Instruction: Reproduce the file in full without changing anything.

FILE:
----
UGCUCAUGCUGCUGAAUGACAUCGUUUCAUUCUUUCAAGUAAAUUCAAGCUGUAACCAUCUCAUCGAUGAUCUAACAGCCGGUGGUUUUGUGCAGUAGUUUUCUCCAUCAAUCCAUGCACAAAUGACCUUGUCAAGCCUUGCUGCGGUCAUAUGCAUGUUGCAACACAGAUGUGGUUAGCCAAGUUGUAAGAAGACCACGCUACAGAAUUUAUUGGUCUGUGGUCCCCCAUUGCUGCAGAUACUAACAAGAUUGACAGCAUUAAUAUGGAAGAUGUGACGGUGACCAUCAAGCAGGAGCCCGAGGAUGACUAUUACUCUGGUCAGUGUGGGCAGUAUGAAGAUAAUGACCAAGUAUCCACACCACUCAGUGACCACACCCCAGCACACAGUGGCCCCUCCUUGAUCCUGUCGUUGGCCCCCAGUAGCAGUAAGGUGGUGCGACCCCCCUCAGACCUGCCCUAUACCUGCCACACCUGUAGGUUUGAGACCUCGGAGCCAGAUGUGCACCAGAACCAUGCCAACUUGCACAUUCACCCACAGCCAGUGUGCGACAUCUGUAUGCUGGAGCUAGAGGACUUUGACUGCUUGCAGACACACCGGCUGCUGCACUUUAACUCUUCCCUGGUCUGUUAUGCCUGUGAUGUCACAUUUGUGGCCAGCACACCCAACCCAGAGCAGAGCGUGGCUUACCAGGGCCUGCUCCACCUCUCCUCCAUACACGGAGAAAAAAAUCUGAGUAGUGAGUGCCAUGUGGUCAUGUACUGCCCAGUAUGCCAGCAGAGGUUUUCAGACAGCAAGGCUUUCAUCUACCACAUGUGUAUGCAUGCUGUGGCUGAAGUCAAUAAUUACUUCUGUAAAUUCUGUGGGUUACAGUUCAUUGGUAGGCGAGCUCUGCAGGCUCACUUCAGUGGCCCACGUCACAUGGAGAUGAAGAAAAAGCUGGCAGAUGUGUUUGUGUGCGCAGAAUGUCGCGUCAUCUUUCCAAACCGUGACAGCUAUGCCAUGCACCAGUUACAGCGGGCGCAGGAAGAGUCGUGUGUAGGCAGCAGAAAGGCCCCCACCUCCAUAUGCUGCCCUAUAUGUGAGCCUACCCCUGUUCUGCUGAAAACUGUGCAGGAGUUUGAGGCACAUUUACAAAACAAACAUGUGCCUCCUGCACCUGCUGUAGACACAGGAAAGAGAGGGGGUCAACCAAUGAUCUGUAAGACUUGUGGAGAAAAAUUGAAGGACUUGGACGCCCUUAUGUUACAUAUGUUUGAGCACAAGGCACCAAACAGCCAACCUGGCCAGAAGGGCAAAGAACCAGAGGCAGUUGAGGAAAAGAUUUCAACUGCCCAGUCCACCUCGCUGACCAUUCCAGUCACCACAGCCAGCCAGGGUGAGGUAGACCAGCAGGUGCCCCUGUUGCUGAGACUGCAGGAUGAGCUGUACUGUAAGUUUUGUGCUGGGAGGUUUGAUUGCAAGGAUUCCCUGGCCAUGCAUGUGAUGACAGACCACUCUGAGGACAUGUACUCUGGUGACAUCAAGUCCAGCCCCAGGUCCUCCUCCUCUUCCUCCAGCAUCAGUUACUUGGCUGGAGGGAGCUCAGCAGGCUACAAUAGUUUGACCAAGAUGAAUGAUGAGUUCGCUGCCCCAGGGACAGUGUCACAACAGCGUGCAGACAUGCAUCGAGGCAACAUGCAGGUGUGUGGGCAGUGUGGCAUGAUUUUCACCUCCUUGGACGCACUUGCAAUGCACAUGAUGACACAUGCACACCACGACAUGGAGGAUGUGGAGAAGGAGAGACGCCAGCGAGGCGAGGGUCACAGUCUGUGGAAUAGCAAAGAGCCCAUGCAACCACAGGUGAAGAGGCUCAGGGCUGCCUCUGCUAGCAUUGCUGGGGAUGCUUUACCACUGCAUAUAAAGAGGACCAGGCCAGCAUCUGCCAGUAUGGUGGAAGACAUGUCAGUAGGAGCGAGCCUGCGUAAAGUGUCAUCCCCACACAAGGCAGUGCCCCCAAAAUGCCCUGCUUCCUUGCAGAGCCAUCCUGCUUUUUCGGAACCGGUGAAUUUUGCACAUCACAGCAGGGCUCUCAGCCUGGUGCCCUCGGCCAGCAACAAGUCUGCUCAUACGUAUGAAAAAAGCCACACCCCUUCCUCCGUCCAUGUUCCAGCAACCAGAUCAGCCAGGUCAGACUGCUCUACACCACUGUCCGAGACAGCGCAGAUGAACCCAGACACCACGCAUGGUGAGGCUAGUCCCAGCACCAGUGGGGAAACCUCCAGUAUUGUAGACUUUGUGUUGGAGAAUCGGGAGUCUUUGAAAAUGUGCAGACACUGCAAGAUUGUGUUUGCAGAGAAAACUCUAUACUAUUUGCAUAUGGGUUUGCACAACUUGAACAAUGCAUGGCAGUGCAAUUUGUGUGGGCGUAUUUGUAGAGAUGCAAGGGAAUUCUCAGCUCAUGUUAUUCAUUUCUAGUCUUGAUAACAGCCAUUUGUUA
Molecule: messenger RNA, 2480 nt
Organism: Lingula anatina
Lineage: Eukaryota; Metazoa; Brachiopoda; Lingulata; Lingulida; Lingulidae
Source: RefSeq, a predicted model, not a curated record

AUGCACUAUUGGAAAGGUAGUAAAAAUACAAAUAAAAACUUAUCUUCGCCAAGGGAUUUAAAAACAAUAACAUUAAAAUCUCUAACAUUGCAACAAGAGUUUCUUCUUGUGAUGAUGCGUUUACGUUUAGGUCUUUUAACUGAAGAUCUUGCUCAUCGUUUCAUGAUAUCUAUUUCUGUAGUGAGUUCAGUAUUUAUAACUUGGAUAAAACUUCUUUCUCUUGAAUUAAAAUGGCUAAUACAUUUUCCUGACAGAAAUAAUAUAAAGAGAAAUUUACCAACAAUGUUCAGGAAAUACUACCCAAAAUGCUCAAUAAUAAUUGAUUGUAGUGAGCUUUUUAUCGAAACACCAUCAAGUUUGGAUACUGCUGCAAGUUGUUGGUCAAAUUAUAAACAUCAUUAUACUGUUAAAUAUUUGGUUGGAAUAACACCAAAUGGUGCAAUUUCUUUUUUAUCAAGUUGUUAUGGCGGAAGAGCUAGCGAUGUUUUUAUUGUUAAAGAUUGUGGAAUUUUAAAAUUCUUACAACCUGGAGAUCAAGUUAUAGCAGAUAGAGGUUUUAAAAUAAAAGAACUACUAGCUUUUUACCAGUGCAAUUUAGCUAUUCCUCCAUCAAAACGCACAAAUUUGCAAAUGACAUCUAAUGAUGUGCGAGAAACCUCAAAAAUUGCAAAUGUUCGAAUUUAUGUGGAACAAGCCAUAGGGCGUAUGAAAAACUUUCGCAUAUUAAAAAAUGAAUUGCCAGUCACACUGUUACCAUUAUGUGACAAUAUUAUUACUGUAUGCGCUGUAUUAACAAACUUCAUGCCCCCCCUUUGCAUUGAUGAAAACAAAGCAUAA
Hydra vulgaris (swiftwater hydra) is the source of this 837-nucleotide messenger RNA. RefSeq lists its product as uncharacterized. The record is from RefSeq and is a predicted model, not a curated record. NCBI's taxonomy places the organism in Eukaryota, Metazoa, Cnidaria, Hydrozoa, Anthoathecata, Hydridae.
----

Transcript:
UGCUCAUGCUGCUGAAUGACAUCGUUUCAUUCUUUCAAGUAAAUUCAAGCUGUAACCAUCUCAUCGAUGAUCUAACAGCCGGUGGUUUUGUGCAGUAGUUUUCUCCAUCAAUCCAUGCACAAAUGACCUUGUCAAGCCUUGCUGCGGUCAUAUGCAUGUUGCAACACAGAUGUGGUUAGCCAAGUUGUAAGAAGACCACGCUACAGAAUUUAUUGGUCUGUGGUCCCCCAUUGCUGCAGAUACUAACAAGAUUGACAGCAUUAAUAUGGAAGAUGUGACGGUGACCAUCAAGCAGGAGCCCGAGGAUGACUAUUACUCUGGUCAGUGUGGGCAGUAUGAAGAUAAUGACCAAGUAUCCACACCACUCAGUGACCACACCCCAGCACACAGUGGCCCCUCCUUGAUCCUGUCGUUGGCCCCCAGUAGCAGUAAGGUGGUGCGACCCCCCUCAGACCUGCCCUAUACCUGCCACACCUGUAGGUUUGAGACCUCGGAGCCAGAUGUGCACCAGAACCAUGCCAACUUGCACAUUCACCCACAGCCAGUGUGCGACAUCUGUAUGCUGGAGCUAGAGGACUUUGACUGCUUGCAGACACACCGGCUGCUGCACUUUAACUCUUCCCUGGUCUGUUAUGCCUGUGAUGUCACAUUUGUGGCCAGCACACCCAACCCAGAGCAGAGCGUGGCUUACCAGGGCCUGCUCCACCUCUCCUCCAUACACGGAGAAAAAAAUCUGAGUAGUGAGUGCCAUGUGGUCAUGUACUGCCCAGUAUGCCAGCAGAGGUUUUCAGACAGCAAGGCUUUCAUCUACCACAUGUGUAUGCAUGCUGUGGCUGAAGUCAAUAAUUACUUCUGUAAAUUCUGUGGGUUACAGUUCAUUGGUAGGCGAGCUCUGCAGGCUCACUUCAGUGGCCCACGUCACAUGGAGAUGAAGAAAAAGCUGGCAGAUGUGUUUGUGUGCGCAGAAUGUCGCGUCAUCUUUCCAAACCGUGACAGCUAUGCCAUGCACCAGUUACAGCGGGCGCAGGAAGAGUCGUGUGUAGGCAGCAGAAAGGCCCCCACCUCCAUAUGCUGCCCUAUAUGUGAGCCUACCCCUGUUCUGCUGAAAACUGUGCAGGAGUUUGAGGCACAUUUACAAAACAAACAUGUGCCUCCUGCACCUGCUGUAGACACAGGAAAGAGAGGGGGUCAACCAAUGAUCUGUAAGACUUGUGGAGAAAAAUUGAAGGACUUGGACGCCCUUAUGUUACAUAUGUUUGAGCACAAGGCACCAAACAGCCAACCUGGCCAGAAGGGCAAAGAACCAGAGGCAGUUGAGGAAAAGAUUUCAACUGCCCAGUCCACCUCGCUGACCAUUCCAGUCACCACAGCCAGCCAGGGUGAGGUAGACCAGCAGGUGCCCCUGUUGCUGAGACUGCAGGAUGAGCUGUACUGUAAGUUUUGUGCUGGGAGGUUUGAUUGCAAGGAUUCCCUGGCCAUGCAUGUGAUGACAGACCACUCUGAGGACAUGUACUCUGGUGACAUCAAGUCCAGCCCCAGGUCCUCCUCCUCUUCCUCCAGCAUCAGUUACUUGGCUGGAGGGAGCUCAGCAGGCUACAAUAGUUUGACCAAGAUGAAUGAUGAGUUCGCUGCCCCAGGGACAGUGUCACAACAGCGUGCAGACAUGCAUCGAGGCAACAUGCAGGUGUGUGGGCAGUGUGGCAUGAUUUUCACCUCCUUGGACGCACUUGCAAUGCACAUGAUGACACAUGCACACCACGACAUGGAGGAUGUGGAGAAGGAGAGACGCCAGCGAGGCGAGGGUCACAGUCUGUGGAAUAGCAAAGAGCCCAUGCAACCACAGGUGAAGAGGCUCAGGGCUGCCUCUGCUAGCAUUGCUGGGGAUGCUUUACCACUGCAUAUAAAGAGGACCAGGCCAGCAUCUGCCAGUAUGGUGGAAGACAUGUCAGUAGGAGCGAGCCUGCGUAAAGUGUCAUCCCCACACAAGGCAGUGCCCCCAAAAUGCCCUGCUUCCUUGCAGAGCCAUCCUGCUUUUUCGGAACCGGUGAAUUUUGCACAUCACAGCAGGGCUCUCAGCCUGGUGCCCUCGGCCAGCAACAAGUCUGCUCAUACGUAUGAAAAAAGCCACACCCCUUCCUCCGUCCAUGUUCCAGCAACCAGAUCAGCCAGGUCAGACUGCUCUACACCACUGUCCGAGACAGCGCAGAUGAACCCAGACACCACGCAUGGUGAGGCUAGUCCCAGCACCAGUGGGGAAACCUCCAGUAUUGUAGACUUUGUGUUGGAGAAUCGGGAGUCUUUGAAAAUGUGCAGACACUGCAAGAUUGUGUUUGCAGAGAAAACUCUAUACUAUUUGCAUAUGGGUUUGCACAACUUGAACAAUGCAUGGCAGUGCAAUUUGUGUGGGCGUAUUUGUAGAGAUGCAAGGGAAUUCUCAGCUCAUGUUAUUCAUUUCUAGUCUUGAUAACAGCCAUUUGUUA
Molecule: messenger RNA, 2480 nt
Organism: Lingula anatina
Lineage: Eukaryota; Metazoa; Brachiopoda; Lingulata; Lingulida; Lingulidae
Source: RefSeq, a predicted model, not a curated record

AUGCACUAUUGGAAAGGUAGUAAAAAUACAAAUAAAAACUUAUCUUCGCCAAGGGAUUUAAAAACAAUAACAUUAAAAUCUCUAACAUUGCAACAAGAGUUUCUUCUUGUGAUGAUGCGUUUACGUUUAGGUCUUUUAACUGAAGAUCUUGCUCAUCGUUUCAUGAUAUCUAUUUCUGUAGUGAGUUCAGUAUUUAUAACUUGGAUAAAACUUCUUUCUCUUGAAUUAAAAUGGCUAAUACAUUUUCCUGACAGAAAUAAUAUAAAGAGAAAUUUACCAACAAUGUUCAGGAAAUACUACCCAAAAUGCUCAAUAAUAAUUGAUUGUAGUGAGCUUUUUAUCGAAACACCAUCAAGUUUGGAUACUGCUGCAAGUUGUUGGUCAAAUUAUAAACAUCAUUAUACUGUUAAAUAUUUGGUUGGAAUAACACCAAAUGGUGCAAUUUCUUUUUUAUCAAGUUGUUAUGGCGGAAGAGCUAGCGAUGUUUUUAUUGUUAAAGAUUGUGGAAUUUUAAAAUUCUUACAACCUGGAGAUCAAGUUAUAGCAGAUAGAGGUUUUAAAAUAAAAGAACUACUAGCUUUUUACCAGUGCAAUUUAGCUAUUCCUCCAUCAAAACGCACAAAUUUGCAAAUGACAUCUAAUGAUGUGCGAGAAACCUCAAAAAUUGCAAAUGUUCGAAUUUAUGUGGAACAAGCCAUAGGGCGUAUGAAAAACUUUCGCAUAUUAAAAAAUGAAUUGCCAGUCACACUGUUACCAUUAUGUGACAAUAUUAUUACUGUAUGCGCUGUAUUAACAAACUUCAUGCCCCCCCUUUGCAUUGAUGAAAACAAAGCAUAA
Hydra vulgaris (swiftwater hydra) is the source of this 837-nucleotide messenger RNA. RefSeq lists its product as uncharacterized. The record is from RefSeq and is a predicted model, not a curated record. NCBI's taxonomy places the organism in Eukaryota, Metazoa, Cnidaria, Hydrozoa, Anthoathecata, Hydridae.